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Star Myles Truitt on His First Feature Film 'Kin'

31 Aug, 2018   








Original Network

He plays Eli who finds an alien weapon – and evidence of a battle between otherworldly soliders – in an abandoned warehouse. Except this gun is somehow connected to Eli in ways he can’t explain, and when he finds himself on the run with his ex-con brother, the weapon protects them from the criminals chasing them.

MORE: Interview with Kin Directors Jonathan and Josh Baker!

Truitt, who hails from Atlanta and starred in the mini-series The New Edition Story (as the young Ronnie DeVoe), makes his feature film debut with Kin – and totally holds his own with co-stars Jack Reynor, as his brother Jimmy, Dennis Quaid as his dad and Zoe Kravitz as a stripper Eli and Jimmy team up with along the way.

ScreenPicks talked with Truitt about the experience making Kin, how he connected with the role and what he hopes audiences take away after seeing the movie.

I heard the audition process was long and you were the last actor they saw for the role. How was that experience?

Myles Truitt: That was pretty cool. It was kind of the same as the audition process for The New Edition Story being cast last. So I was really excited they called me back and said I got cast in Kin. First ever feature film, first ever main role. And first experience acting with these big-time actors like Jack Reynor, Zoe Kravitz and Michael B. Jordan. It was a lot fun.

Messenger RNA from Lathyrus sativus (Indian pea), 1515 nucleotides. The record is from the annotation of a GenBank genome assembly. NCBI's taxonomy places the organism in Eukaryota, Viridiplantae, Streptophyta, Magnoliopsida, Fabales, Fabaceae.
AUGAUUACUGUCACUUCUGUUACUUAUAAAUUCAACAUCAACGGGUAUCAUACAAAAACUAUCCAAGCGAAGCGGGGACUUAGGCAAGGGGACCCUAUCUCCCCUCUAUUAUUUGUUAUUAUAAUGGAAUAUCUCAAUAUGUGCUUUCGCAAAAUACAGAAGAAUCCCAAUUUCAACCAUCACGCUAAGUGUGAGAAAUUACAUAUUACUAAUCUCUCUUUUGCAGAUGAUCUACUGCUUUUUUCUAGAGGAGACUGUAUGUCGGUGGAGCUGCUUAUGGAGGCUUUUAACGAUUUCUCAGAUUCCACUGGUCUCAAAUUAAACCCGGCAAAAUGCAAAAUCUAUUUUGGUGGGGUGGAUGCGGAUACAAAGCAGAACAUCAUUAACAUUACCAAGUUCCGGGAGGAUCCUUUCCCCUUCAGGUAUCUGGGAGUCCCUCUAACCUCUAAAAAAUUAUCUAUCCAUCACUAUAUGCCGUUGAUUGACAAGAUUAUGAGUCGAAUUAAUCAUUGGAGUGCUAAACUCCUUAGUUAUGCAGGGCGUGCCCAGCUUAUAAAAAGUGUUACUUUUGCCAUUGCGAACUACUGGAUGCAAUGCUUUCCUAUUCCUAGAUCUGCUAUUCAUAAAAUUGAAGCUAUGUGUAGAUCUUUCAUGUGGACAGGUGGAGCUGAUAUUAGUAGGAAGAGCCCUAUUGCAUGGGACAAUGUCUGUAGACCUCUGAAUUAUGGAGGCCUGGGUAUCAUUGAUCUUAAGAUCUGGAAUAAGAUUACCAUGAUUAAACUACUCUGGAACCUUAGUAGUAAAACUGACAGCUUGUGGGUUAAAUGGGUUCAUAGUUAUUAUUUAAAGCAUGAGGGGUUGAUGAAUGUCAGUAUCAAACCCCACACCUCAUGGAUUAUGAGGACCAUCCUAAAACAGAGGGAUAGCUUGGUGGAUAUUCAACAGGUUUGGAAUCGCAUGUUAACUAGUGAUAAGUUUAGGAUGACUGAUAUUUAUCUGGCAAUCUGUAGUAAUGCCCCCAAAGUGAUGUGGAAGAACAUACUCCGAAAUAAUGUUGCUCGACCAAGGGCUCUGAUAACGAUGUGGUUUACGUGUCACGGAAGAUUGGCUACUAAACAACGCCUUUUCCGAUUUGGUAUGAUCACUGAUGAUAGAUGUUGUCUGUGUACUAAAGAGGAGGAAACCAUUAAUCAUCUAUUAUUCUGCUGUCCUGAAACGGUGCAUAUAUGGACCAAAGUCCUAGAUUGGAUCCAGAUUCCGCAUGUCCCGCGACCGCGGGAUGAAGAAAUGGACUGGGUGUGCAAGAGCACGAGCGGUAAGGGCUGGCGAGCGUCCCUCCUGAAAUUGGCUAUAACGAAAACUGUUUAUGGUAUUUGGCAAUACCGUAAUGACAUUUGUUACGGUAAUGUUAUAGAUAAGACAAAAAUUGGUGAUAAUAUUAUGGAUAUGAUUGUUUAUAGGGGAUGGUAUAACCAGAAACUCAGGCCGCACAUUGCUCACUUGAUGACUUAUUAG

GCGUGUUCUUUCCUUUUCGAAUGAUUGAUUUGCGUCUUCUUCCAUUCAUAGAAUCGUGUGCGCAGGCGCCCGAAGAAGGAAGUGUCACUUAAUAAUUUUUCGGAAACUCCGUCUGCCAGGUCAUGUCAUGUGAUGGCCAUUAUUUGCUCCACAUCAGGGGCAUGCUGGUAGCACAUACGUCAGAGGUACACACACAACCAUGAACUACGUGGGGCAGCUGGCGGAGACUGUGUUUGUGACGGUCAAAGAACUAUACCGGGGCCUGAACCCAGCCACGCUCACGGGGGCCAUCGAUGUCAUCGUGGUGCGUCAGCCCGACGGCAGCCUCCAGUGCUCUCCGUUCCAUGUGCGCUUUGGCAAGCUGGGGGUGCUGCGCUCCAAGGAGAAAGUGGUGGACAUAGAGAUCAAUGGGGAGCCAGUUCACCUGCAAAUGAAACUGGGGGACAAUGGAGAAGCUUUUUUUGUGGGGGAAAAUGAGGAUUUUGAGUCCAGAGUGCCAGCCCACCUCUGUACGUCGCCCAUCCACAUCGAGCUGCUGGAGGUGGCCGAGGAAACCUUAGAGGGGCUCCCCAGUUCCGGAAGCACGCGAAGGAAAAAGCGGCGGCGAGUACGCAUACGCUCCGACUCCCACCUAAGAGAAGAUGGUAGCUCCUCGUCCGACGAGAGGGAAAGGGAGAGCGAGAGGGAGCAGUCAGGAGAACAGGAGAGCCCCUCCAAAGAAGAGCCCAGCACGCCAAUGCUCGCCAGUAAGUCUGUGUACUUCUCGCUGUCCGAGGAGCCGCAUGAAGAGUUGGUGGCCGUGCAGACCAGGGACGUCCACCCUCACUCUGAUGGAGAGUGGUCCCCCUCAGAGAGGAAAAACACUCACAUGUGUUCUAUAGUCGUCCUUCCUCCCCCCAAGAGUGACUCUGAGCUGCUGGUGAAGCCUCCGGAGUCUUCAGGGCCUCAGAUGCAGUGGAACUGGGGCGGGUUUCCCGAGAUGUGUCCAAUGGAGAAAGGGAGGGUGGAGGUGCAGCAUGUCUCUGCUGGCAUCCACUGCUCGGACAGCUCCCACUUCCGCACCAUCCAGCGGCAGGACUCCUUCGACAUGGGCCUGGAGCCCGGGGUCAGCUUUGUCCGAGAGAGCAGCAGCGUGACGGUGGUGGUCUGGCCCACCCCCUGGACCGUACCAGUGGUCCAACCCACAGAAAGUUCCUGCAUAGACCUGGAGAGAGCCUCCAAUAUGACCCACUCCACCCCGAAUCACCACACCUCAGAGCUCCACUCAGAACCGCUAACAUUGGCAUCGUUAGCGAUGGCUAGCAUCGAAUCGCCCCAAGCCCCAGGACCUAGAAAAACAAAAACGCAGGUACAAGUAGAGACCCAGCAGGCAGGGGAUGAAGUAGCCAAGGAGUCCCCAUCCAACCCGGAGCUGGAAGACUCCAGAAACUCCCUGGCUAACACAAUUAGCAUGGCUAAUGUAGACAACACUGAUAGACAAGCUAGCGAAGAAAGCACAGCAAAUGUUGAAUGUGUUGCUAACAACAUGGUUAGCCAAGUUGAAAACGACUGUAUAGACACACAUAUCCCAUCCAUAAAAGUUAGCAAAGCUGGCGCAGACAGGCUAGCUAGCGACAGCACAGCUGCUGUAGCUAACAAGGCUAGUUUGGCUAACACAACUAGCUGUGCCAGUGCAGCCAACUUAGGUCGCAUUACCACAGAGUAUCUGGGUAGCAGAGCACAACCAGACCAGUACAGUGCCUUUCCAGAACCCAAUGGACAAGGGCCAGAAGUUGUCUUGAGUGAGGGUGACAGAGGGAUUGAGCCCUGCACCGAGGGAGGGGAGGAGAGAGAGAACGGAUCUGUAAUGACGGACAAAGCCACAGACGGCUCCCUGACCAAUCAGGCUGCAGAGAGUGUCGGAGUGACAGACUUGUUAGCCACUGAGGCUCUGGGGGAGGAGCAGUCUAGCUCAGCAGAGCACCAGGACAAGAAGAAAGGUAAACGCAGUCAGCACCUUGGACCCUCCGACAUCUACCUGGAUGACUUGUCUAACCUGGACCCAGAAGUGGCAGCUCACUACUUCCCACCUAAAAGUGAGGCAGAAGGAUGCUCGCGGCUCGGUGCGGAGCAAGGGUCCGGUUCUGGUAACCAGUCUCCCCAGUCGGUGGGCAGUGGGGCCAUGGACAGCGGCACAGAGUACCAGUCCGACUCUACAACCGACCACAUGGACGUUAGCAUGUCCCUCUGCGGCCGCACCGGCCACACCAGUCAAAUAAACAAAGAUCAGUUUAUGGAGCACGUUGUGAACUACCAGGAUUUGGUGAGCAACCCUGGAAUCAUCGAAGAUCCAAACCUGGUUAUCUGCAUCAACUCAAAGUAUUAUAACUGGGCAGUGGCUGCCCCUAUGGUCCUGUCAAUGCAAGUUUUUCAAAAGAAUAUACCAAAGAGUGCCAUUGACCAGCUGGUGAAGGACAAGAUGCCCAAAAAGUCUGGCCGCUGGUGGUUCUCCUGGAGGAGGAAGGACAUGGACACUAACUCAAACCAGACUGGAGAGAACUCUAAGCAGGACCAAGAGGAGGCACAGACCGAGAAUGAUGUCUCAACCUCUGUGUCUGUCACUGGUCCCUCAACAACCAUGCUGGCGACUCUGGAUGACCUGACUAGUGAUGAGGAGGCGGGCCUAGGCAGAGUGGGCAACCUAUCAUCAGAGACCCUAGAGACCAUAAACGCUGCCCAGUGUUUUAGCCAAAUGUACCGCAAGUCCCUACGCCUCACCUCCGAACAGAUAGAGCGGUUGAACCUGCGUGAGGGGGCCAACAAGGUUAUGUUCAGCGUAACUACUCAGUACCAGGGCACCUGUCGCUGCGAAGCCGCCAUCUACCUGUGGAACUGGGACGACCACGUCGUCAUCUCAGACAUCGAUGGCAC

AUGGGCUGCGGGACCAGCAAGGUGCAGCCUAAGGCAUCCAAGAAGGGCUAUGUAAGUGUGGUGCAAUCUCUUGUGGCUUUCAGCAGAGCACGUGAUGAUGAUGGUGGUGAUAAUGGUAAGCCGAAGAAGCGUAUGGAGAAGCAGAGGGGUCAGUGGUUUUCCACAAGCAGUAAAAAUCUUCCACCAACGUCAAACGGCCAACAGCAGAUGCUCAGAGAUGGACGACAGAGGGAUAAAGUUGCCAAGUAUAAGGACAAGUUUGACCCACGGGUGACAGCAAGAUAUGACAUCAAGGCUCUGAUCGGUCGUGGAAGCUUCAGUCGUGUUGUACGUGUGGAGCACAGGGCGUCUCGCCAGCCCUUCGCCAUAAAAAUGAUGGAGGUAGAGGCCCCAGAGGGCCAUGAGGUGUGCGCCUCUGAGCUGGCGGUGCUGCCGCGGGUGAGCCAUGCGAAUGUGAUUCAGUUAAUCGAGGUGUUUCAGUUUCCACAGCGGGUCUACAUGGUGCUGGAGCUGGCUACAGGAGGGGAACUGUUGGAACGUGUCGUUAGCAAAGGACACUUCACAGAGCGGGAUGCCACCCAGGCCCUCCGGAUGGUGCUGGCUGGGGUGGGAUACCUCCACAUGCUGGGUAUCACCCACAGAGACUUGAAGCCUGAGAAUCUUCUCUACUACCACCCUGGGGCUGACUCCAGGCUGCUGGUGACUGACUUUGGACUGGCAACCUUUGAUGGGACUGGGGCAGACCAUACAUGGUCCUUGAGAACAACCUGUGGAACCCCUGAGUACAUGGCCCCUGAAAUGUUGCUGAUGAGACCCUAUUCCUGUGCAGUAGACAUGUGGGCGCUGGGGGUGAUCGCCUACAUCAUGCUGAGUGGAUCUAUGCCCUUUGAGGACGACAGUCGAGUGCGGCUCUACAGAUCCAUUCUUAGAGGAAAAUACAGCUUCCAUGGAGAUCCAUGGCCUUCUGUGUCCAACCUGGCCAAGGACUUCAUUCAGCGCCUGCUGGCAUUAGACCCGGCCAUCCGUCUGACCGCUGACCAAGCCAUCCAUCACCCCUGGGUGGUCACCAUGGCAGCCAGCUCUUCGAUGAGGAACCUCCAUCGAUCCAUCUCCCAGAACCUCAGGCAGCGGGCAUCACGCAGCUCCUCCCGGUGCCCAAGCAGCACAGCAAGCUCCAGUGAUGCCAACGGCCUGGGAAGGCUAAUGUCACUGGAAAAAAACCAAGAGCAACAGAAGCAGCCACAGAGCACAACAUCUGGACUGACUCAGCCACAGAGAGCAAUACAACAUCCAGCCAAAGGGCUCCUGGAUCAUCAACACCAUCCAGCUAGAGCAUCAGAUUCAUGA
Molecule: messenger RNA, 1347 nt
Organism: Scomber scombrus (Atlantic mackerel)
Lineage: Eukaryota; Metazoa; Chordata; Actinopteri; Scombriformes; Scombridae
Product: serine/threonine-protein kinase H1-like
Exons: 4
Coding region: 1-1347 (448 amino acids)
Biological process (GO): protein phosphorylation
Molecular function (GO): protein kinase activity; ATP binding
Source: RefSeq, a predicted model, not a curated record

What was it like working with Michael B. Jordan, who was one of the film’s executive producers? Did he give you any advice?

Truitt: We did get a chance to talk, mostly through text. We are texting back and forth and I was telling him what an honor it was to work with him. And that I wanted to be like him when I grew up. He told me, “Don’t be like me. Be the best version of yourself. And I’ll be the one to provide the blueprint.” So that was really cool for him to say that to me.

The role of Eli is so very pivotal to the film… what was your take on him and how he resonated with you personally?

Truitt: He just keeps to himself, he’s quiet. Doesn’t really talk to anybody. Definitely has a good relationship with his father. He’s an independent soul, a lone wolf, which is kind of like I was at that age – and even now, as well. I keep to myself, like to do things independently. So yeah, I’m a little like Eli, and how I connected with him was helpful.

You and Jack Reynor also seemed to really connect in the film. How did you guys bond?

Truitt: So when I went to audition in Boston, it was my first time ever meeting Jack, and we just connected right off the bat. We just talked about family things, our relationships with our fathers, and just things going on in our every day lives. We did a lot of improv scenes and that helped a lot. Then when we started actually working with each other, we’d go to each others trailers and play video games. We loved video games. We’d go to lunch, or just chill. Stuff that real-life brothers would do.

With the Baker brothers, who were also sort of new to the feature film game, what kind of things did you learn from them?

Truitt: Patience. And focus, which is really a key to acting and directing. They were different from others I’ve worked with and I liked that. They were the type of directors I really bonded with. Most directors come and go, but they really structured me.

What do hope people will take away after watching this movie?

Truitt: I hope people think about family and family connections. Mostly, I want people not to see color when it comes to brothers. Because Jack is white and I am black. The definition of a brother to me is not DNA or genes. Or the same mother or same dad. Just the connection you have with each other, the friendship. The bond to have to call him my brother. So I want people to not see color. The things that are going in every day life in terms of diversity, races, I hope audiences take from this movie that things may seem different but they aren’t different.

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